Hall of Hams #101: Richard Mansfield
Today is the birthday of the great thespian Richard Mansfield (1857-1907).
Mansfield’s background is every bit as interesting as his stage career (which I can’t wait to get to, either). His maternal grandfather, Joseph Rudersdorff was a German violinist, who worked as a court musician for the Russian Imperial family. Mansfield’s mother Erminia Rudersdorff, who was born and raised in Russia, was an internationally famous opera singer. Mansfield’s father was a British wine dealer; because of his work, Mansfield was born in Berlin and spent his early life on the German island of Heligoland, which was a British possession from 1814 to 1890. (It would be easy to digress and talk about the fascinating history of this island. It is ethnically and culturally Frisian, a sort of lingual and cultural mid-point between England and mainland Germany.)
Though (much like the later John Barrymore) Mansfield started out as a painter, there were more lucrative opportunities on the stage and his family background made the musical theatre a natural place for him to gravitate to. I got his early experience in the family-oriented High Victorian “German Reed Entertainments”, to which W.S. Gilbert was one of the contributors. From here it was natural for him to appear with the D’Oyly Carte company, where he starred from 1879 to 1881 in the original London productions of Gilbert and Sullivan’s H.M.S. Pinafore, The Pirates of Penzance and The Sorcerer. His association with the company would last until 1886; in the intervening years he toured America in productions of The Mikado, Iolanthe, and Planquette’s Rip Van Winkle. These were alternated with productions by other companies in England and America.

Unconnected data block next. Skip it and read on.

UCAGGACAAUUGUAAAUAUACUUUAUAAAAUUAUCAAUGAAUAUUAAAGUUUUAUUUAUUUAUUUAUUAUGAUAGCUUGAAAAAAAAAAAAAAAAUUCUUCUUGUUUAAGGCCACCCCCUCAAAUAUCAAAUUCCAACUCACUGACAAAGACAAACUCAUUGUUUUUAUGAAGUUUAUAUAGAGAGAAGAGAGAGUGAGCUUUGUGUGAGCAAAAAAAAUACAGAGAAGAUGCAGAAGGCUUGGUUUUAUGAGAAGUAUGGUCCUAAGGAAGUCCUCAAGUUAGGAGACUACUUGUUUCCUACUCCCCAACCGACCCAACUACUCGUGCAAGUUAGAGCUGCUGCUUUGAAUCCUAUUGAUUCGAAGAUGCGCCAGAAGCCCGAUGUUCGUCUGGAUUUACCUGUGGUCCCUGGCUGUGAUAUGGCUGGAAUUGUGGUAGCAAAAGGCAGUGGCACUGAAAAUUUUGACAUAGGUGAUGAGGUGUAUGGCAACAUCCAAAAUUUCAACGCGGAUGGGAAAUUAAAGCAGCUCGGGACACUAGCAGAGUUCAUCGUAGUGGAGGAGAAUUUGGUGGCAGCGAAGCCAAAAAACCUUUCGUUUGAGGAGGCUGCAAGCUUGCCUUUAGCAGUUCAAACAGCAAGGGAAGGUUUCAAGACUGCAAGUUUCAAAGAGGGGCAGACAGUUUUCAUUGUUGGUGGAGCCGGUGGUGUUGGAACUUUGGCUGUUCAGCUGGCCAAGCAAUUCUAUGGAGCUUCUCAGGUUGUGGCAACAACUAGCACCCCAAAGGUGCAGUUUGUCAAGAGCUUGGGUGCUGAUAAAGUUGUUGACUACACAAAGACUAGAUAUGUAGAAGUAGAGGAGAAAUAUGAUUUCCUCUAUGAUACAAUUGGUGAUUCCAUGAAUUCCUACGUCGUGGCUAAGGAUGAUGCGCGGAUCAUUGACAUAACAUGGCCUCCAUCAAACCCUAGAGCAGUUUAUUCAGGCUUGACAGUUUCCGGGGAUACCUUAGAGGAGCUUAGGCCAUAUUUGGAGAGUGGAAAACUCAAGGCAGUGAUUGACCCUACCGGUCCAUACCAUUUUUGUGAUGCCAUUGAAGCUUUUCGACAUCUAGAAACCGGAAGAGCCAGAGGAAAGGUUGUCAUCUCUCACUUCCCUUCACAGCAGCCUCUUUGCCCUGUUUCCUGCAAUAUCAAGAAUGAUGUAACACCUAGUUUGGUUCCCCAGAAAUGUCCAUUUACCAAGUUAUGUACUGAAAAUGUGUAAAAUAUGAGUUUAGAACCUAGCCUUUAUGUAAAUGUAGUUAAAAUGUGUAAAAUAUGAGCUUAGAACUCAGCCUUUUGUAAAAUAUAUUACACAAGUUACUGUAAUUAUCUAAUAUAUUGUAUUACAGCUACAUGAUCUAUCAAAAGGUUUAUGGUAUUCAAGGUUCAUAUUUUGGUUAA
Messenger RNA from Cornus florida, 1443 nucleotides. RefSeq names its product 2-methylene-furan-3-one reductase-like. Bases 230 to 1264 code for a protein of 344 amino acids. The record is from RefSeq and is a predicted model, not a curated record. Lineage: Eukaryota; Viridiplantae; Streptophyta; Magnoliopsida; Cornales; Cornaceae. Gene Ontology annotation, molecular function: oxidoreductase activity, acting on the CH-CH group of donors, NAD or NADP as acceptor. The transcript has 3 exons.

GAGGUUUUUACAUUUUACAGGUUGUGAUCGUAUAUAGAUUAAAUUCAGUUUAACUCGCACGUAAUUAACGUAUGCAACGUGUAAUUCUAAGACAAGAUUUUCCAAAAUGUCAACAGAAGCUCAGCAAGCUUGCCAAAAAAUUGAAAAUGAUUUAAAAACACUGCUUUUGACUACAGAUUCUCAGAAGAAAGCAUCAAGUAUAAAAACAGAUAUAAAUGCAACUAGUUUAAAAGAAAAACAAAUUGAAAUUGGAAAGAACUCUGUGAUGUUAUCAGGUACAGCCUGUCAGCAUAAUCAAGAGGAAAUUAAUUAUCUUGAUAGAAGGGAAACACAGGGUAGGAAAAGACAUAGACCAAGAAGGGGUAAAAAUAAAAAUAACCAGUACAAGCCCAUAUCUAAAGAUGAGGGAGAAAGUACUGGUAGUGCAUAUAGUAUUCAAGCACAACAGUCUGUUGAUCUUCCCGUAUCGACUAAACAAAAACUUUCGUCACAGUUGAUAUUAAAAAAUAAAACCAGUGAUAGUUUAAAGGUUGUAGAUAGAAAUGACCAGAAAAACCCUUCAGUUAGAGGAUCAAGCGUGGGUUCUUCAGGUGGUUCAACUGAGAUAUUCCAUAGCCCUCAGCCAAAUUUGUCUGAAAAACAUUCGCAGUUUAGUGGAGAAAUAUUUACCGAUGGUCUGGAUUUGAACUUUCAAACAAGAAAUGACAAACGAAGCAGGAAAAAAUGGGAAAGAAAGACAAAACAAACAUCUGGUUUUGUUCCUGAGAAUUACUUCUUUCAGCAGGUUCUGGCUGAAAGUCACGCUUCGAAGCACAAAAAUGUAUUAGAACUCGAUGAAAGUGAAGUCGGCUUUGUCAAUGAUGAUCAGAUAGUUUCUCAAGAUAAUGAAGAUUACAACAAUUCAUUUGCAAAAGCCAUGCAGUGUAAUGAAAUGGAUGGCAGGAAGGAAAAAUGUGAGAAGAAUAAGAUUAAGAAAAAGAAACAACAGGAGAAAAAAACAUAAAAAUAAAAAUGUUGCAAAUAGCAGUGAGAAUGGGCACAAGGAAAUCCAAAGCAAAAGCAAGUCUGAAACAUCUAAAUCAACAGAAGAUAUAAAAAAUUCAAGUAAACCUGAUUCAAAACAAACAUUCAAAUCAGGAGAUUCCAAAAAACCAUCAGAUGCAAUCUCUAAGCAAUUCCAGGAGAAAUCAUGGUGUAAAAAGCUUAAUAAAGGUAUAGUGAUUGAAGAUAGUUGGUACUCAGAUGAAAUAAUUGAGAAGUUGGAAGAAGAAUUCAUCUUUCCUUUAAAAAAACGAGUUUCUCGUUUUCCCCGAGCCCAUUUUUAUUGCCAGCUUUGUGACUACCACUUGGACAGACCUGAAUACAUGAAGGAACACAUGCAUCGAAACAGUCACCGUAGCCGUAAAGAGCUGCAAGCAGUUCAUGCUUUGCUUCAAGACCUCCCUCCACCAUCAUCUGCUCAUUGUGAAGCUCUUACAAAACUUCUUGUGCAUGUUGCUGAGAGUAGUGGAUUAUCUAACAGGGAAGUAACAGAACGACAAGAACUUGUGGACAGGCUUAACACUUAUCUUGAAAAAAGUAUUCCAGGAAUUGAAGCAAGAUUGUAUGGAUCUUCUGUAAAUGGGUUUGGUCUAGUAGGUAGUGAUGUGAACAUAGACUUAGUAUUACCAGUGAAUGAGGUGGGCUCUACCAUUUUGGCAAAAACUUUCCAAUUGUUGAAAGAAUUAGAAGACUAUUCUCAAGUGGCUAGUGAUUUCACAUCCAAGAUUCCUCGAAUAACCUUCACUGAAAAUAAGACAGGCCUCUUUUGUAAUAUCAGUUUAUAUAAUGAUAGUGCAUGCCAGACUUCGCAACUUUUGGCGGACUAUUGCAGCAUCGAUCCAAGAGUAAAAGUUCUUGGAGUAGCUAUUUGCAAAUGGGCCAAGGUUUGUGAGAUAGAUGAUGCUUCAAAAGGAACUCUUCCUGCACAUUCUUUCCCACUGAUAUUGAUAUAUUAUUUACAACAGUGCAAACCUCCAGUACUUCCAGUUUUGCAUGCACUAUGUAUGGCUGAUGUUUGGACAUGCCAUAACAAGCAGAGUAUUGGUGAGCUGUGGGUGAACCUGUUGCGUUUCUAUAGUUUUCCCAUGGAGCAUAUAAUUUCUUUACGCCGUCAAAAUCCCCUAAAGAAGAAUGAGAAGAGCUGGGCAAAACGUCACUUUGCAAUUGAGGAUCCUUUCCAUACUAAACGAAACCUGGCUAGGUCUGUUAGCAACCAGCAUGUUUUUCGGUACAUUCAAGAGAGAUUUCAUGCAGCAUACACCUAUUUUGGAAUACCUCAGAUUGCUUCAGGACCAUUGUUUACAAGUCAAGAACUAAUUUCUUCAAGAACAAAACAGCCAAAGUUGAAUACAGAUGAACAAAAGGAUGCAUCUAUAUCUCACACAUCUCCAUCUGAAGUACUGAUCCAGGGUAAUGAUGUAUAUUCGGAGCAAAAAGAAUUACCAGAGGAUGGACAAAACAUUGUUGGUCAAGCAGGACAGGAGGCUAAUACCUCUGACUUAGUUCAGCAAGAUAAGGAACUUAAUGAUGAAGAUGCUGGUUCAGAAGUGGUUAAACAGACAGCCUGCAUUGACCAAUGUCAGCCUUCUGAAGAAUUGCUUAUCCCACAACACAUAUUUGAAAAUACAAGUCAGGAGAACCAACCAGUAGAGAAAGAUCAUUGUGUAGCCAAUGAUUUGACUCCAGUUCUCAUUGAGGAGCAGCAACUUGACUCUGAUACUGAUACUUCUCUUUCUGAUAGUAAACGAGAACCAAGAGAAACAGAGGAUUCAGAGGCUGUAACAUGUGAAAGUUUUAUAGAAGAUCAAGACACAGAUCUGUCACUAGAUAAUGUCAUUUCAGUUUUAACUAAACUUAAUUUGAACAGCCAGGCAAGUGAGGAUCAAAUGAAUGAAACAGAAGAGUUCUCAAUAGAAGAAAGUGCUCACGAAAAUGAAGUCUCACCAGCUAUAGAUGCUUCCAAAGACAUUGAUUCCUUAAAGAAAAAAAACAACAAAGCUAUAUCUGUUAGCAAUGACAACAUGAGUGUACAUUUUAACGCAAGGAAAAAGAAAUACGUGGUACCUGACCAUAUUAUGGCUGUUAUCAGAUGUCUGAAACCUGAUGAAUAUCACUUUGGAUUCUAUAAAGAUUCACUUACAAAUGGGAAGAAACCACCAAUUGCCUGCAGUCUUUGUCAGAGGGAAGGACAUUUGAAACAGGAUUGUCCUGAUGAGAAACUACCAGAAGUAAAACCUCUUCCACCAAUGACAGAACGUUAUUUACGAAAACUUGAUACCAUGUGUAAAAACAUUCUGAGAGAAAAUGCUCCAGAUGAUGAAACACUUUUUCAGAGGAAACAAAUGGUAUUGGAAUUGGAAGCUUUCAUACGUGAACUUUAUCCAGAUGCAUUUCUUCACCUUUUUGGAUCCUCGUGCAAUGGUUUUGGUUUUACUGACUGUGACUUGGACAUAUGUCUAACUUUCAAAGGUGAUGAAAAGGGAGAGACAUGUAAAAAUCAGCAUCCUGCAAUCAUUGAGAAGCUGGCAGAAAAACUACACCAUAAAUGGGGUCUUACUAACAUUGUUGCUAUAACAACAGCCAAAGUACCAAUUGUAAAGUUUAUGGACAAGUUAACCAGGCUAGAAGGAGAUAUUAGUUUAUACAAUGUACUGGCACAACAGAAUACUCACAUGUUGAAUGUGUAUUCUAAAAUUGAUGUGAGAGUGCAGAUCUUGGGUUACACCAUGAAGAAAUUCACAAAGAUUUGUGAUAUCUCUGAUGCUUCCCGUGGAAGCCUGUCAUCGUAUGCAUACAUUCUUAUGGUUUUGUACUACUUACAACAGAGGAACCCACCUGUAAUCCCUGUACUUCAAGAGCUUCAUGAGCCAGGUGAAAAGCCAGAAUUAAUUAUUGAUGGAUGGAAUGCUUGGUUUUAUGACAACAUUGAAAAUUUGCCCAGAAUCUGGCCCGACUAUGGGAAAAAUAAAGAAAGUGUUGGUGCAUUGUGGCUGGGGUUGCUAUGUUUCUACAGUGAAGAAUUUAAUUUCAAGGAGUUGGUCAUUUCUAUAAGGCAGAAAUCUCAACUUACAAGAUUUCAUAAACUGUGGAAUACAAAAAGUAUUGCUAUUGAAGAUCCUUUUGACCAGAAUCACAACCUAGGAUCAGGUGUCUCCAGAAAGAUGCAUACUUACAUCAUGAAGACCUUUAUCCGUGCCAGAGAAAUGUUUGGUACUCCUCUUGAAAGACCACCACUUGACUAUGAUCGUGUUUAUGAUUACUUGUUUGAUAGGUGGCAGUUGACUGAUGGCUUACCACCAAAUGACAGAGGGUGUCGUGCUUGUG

In 1887, he created the first stage characterization of Dr. Jekyll and Mr. Hyde at the Madison Square Theatre, a performance that was so popular it was later brought to London and then back to Broadway. The London performance coincided with Jack the Ripper’s Whitechapel murders, creating a sort of association of the two in the public’s mind — a sort of double-edged sword of notoriety.
By now he had become an actor-manager and began to make a reputation playing the great roles of Shakespeare: Richard III (1889 and 1905), Henry V (1900), Julius Caesar (1902), and The Merchant of Venice (1905). He was an early champion of Shaw in America (Arms and the Man, 1894 and The Devil’s Disciple, 1897). Other triumphs included Cyrano de Bergerac (1898-1899), Monsieur Beaucaire (1901), The Misanthrope (1905) and the original U.S. production of Peer Gynt (1907). His wife Beatrice Cameron (a.k.a. Mrs. Richard Mansfield) was often his co-star.
Mansfield was taken in his prime at the comparatively young age of 50 (liver cancer). It’s especially vexing because we don’t get to see him on film. Cinema had existed for about a decade at the time he expired, but he hadn’t gotten around to it. While top stage actors had a well-known prejudice against films, many or most of them eventually succumbed to the temptation, which is why we have the pleasure of seeing some of Mansfield’s contemporaries, like William Gillette and Sarah Bernhardt on film today. If Mansfield had lived another ten or 20 years, he might have gotten around to it as well. Instead we must content us with written accounts and photographs. But truly, if we start lamenting the lateness of the invention of cinema, why stop there? Because personally, I would like to see some dinosaur footage.
For more on show business history, consult No Applause, Just Throw Money: The Book That Made Vaudeville Famous, available at Amazon, Barnes and Noble, and wherever nutty books are sold.